Dr. Jeff Gaffney, Professor, University of Arkansas, and his students Angie Marchany and Mahbuba Begum have deployed high-volume samplers that collect aerosol particles on filters. They plan to perform radiocarbon dating analysis on their aerosol samples to distinguish between carbonaceous aerosols from fossil fuel combustion (i.e., old carbon) and from biogenic hydrocarbons emitted from trees (i.e., new carbon).
Dr. Alena Kubatova, Associate Professor, University of North Dakota, and her postdoctoral research associate Dr. Haewoo Jeong have also deployed a high-volume sampler at each ground site. They are collecting aerosol particles, which they will analyze to determine the polar and non-polar organic compounds using organic solvent extraction and GC/MS techniques.
Friday, June 25, 2010
After carrying out two back-to-back flights, two days in a row, today was declared a hard down day so aircraft crew can relax and rejuvenate. I took this opportunity to visit the Cool ground site and join Berk Knighton and his student Cody Floerchinger on a short hike along the American Canyon Creek Falls trail. It was a hot and sunny day, but I really enjoyed the hike as the trail was well shaded.
Both Berk and Cody have spotted rattlesnakes in this area several times, and Mikhail Pekour found one right next to the trailers at the Cool site. I was really hoping to see one today. As luck would have it, I didn't see any snakes, but spotted other interesting wildlife, a big frog, a couple of lizards, and several lesser goldfinches and turkey vultures. The highlight was a nice little waterfall and a natural swimming pond at the end of the trail.
Tomorrow is going to be a soft down day, which means the aircraft instrument operators will have access to the aircraft and power so they can calibrate their instruments and perform the necessary maintenance. I have taken this opportunity to have another science meeting to review the data we have collected so far. This will be the last time we will all meet to discuss the data while we are all still here.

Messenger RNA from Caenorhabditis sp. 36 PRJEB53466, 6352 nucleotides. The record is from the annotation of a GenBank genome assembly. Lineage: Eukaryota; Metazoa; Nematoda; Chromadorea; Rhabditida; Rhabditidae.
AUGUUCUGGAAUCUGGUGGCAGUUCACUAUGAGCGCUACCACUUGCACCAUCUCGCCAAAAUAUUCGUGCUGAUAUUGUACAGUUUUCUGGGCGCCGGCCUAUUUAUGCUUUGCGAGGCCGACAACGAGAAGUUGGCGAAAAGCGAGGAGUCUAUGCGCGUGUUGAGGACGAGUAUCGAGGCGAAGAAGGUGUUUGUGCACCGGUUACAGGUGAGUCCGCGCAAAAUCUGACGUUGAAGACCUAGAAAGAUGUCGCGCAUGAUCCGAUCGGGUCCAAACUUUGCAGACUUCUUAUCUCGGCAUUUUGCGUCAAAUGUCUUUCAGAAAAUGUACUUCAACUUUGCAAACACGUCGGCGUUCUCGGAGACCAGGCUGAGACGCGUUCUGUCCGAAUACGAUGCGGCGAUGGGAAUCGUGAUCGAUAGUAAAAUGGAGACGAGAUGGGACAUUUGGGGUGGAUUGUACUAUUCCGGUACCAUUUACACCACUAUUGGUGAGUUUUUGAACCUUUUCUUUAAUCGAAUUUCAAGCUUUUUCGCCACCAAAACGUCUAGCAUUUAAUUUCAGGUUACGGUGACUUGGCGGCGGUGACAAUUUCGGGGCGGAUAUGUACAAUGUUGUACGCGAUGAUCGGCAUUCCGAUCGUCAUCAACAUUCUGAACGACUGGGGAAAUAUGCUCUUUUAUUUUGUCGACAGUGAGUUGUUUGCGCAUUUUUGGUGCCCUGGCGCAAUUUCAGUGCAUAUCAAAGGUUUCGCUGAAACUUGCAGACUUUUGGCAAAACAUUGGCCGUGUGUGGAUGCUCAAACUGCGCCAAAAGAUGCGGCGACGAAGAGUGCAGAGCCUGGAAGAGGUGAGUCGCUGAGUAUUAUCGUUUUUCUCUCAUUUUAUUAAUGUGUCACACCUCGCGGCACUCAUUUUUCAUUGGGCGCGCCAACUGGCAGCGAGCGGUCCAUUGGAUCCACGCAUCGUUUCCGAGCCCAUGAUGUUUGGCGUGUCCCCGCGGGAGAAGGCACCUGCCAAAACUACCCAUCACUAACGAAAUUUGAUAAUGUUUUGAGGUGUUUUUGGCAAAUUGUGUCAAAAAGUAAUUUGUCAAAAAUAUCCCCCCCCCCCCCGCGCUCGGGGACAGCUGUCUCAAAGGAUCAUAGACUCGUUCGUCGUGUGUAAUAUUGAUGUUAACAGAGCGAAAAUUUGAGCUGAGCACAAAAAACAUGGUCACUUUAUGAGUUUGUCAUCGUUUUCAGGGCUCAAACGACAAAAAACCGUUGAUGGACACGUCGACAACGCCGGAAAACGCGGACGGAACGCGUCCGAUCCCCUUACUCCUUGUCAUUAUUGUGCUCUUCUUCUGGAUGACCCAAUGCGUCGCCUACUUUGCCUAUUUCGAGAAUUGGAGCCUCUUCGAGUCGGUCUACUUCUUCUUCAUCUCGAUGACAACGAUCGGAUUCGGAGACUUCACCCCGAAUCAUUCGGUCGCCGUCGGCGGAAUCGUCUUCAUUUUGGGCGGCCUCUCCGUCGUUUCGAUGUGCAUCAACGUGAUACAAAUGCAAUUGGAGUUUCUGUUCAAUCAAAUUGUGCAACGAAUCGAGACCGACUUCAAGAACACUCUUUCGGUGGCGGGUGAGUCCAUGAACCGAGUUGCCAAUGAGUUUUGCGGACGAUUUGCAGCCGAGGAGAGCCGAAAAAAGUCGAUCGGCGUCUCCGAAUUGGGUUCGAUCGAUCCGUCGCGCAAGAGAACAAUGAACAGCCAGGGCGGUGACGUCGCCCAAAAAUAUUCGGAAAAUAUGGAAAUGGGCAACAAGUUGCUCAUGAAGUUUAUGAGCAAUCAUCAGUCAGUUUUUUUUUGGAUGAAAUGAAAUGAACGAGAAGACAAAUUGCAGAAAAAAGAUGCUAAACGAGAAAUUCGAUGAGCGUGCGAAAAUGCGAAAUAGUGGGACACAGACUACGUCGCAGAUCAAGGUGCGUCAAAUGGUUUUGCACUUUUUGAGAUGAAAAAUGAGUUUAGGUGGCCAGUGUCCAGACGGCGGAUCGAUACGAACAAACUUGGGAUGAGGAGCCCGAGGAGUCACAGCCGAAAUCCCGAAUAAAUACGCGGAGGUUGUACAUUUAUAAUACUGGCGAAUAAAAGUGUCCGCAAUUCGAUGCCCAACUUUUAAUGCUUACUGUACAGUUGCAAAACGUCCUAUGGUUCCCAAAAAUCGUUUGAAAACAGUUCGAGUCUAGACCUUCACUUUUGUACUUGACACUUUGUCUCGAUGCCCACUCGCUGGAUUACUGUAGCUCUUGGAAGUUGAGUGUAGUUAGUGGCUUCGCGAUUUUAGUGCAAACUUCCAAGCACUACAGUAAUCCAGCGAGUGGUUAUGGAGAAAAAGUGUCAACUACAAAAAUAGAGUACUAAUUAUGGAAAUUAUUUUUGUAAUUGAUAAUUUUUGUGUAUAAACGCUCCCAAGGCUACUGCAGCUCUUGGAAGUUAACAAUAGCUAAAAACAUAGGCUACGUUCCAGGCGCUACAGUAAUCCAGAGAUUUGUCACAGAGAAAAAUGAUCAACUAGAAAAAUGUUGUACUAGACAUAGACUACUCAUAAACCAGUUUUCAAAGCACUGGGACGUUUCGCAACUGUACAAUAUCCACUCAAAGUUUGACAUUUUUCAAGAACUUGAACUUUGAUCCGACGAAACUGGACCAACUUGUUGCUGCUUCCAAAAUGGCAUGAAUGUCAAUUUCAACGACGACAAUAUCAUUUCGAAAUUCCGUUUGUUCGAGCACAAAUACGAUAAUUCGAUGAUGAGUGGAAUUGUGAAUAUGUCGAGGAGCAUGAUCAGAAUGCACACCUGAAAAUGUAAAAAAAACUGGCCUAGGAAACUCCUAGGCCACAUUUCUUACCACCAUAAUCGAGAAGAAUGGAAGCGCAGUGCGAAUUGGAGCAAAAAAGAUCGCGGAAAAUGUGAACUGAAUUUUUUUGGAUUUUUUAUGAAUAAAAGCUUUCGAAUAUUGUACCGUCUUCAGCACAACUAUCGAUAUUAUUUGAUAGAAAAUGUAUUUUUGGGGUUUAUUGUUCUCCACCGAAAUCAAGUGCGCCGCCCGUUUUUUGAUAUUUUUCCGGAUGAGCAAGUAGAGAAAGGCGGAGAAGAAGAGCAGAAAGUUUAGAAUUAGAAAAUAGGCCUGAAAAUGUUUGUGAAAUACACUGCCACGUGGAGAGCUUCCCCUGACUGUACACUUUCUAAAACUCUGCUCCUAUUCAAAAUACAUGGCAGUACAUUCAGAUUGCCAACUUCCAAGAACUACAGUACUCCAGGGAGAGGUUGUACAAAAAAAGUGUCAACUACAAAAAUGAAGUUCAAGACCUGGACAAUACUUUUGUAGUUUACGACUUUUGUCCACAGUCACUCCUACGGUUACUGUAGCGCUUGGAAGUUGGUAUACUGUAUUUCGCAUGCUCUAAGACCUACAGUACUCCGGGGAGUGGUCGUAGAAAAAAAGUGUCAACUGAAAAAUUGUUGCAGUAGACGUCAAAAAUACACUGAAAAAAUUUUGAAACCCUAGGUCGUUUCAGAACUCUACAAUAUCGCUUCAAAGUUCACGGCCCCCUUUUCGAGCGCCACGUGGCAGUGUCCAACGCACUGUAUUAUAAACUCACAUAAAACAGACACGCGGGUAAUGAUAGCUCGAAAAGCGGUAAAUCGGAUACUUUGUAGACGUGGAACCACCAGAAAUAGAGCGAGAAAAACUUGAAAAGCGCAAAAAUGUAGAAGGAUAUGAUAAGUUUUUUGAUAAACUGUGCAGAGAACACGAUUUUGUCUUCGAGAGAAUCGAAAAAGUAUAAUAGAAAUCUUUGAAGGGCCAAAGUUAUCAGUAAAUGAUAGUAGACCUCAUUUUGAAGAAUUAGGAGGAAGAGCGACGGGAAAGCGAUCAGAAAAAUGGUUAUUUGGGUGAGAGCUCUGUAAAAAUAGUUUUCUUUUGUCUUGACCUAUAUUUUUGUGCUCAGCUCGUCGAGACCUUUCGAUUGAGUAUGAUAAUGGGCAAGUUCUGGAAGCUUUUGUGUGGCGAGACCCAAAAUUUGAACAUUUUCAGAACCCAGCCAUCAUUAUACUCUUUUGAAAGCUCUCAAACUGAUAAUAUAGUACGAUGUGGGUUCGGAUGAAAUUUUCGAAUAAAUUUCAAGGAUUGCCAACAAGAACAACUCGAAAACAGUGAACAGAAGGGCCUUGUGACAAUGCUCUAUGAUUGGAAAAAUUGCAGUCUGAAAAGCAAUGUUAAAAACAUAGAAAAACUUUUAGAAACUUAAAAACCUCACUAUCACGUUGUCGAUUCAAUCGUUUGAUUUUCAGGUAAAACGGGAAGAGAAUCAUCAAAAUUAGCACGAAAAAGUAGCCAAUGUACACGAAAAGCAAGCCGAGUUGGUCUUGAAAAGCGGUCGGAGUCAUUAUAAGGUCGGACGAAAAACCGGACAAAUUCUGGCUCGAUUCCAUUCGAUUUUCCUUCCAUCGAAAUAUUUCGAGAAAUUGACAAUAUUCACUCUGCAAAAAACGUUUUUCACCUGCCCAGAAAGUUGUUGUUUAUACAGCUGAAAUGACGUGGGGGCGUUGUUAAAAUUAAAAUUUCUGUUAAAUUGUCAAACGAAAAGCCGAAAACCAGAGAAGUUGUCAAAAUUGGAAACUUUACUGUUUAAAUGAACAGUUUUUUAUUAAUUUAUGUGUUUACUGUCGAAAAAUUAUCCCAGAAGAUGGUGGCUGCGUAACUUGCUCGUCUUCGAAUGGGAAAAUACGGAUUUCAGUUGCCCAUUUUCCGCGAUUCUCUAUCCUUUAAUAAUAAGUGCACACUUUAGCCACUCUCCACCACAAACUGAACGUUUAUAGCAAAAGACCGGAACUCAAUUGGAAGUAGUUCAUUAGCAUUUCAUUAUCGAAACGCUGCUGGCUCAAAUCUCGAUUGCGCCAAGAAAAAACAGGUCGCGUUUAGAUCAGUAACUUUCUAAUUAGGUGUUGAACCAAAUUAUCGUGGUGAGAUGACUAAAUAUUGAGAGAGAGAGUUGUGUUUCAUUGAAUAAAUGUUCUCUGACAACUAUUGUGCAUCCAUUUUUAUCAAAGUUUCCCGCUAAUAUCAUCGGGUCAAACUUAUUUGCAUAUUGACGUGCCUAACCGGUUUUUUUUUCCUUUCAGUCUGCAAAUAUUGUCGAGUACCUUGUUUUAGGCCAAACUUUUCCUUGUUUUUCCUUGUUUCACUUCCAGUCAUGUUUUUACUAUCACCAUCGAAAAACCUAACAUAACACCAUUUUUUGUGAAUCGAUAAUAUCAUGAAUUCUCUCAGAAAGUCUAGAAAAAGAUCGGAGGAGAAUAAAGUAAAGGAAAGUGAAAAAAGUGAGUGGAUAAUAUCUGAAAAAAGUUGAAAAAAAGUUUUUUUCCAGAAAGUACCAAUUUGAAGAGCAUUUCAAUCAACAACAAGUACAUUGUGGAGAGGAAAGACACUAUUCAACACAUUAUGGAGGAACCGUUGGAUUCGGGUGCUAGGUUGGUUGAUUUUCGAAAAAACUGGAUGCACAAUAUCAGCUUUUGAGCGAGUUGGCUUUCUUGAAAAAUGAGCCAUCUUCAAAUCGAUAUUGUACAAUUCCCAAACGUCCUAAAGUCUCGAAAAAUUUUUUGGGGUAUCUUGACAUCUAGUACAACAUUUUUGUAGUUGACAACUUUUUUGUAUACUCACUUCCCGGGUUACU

Thursday, June 24, 2010
We did two flights yesterday to sample the Sacramento plume as it was transported to the northeast over the course of the day.
Today was another long day with two more back-to-back flights. The morning flight was carried out close to the Carquinez Strait to sample the inflow of aerosols and their precursors from oil refineries along the river and the wider Bay Area emission sources into the Central Valley. The afternoon flight was carried out over Sacramento and to the northeast to again sample the flow of "aged" aerosols and their climate-affecting properties.
In the previous blog entry I had described some of the key instruments that have been deployed in CARES to measure the light scattering and absorption properties of aerosols. Scattering of light by aerosols causes a cooling effect on the atmosphere while absorption of light by certain types of carbonaceous aerosols (black carbon or soot) causes a warming effect on the atmosphere. These are referred to as "direct radiative effects" on climate, because in these processes the aerosols directly affect the amount of sunlight that reaches the surface of the earth and the amount that is reflected back to space.
Under very humid conditions, the available water vapor in the air can condense upon aerosol particles, some of which then grow into relatively bigger cloud droplets of average diameter of 0.02 millimeters (i.e., 100 times bigger than aerosol particles). The process of cloud formation is quite complex and depends greatly on the size of the aerosol particles, the hygroscopicity (solubility) of the chemicals that are present in the particles, and the relative humidity. The bigger and more hygroscopic (i.e., more soluble) the aerosol particles, the more efficient they are in forming cloud droplets. Since cloud droplets are more efficient in scattering sunlight than aerosol particles, this phenomenon is referred to as the "indirect radiative effect" of aerosols on climate.
We have deployed special instruments called "Cloud Condensation Nucleation (CCN) Counters" in CARES that measure the concentrations of aerosol particles that can become cloud droplets under specified humidity conditions. Post-doctoral research associates Dr. Manish Shrivastava and Dr. Naruki Hiranuma of Pacific Northwest National Laboratory are operating these instruments at the American River College and the Cool ground sites, respectively. Manish is also operating another instrument called the "OC-EC Analyzer" from Sunset Laboratory, Inc. at the American River College, while Dr. Nels Laulainen of PNNL is operating another OC-EC unit along with several other instruments at the Cool site. The OC-EC instrument measures the concentrations of organic carbon (OC) and elemental carbon (EC) components of carbonaceous aerosols.
Dr. Jim Barnard of PNNL has deployed an instrument called Multifilter Rotating Shadowband Radiometer (MFRSR) at both the ground sites to measure different types of incoming solar irradiances at multiple wavelengths.
Dr. Jeff Gaffney, Professor, University of Arkansas, has deployed an Ultraviolet MFRSR unit as well at the Cool site.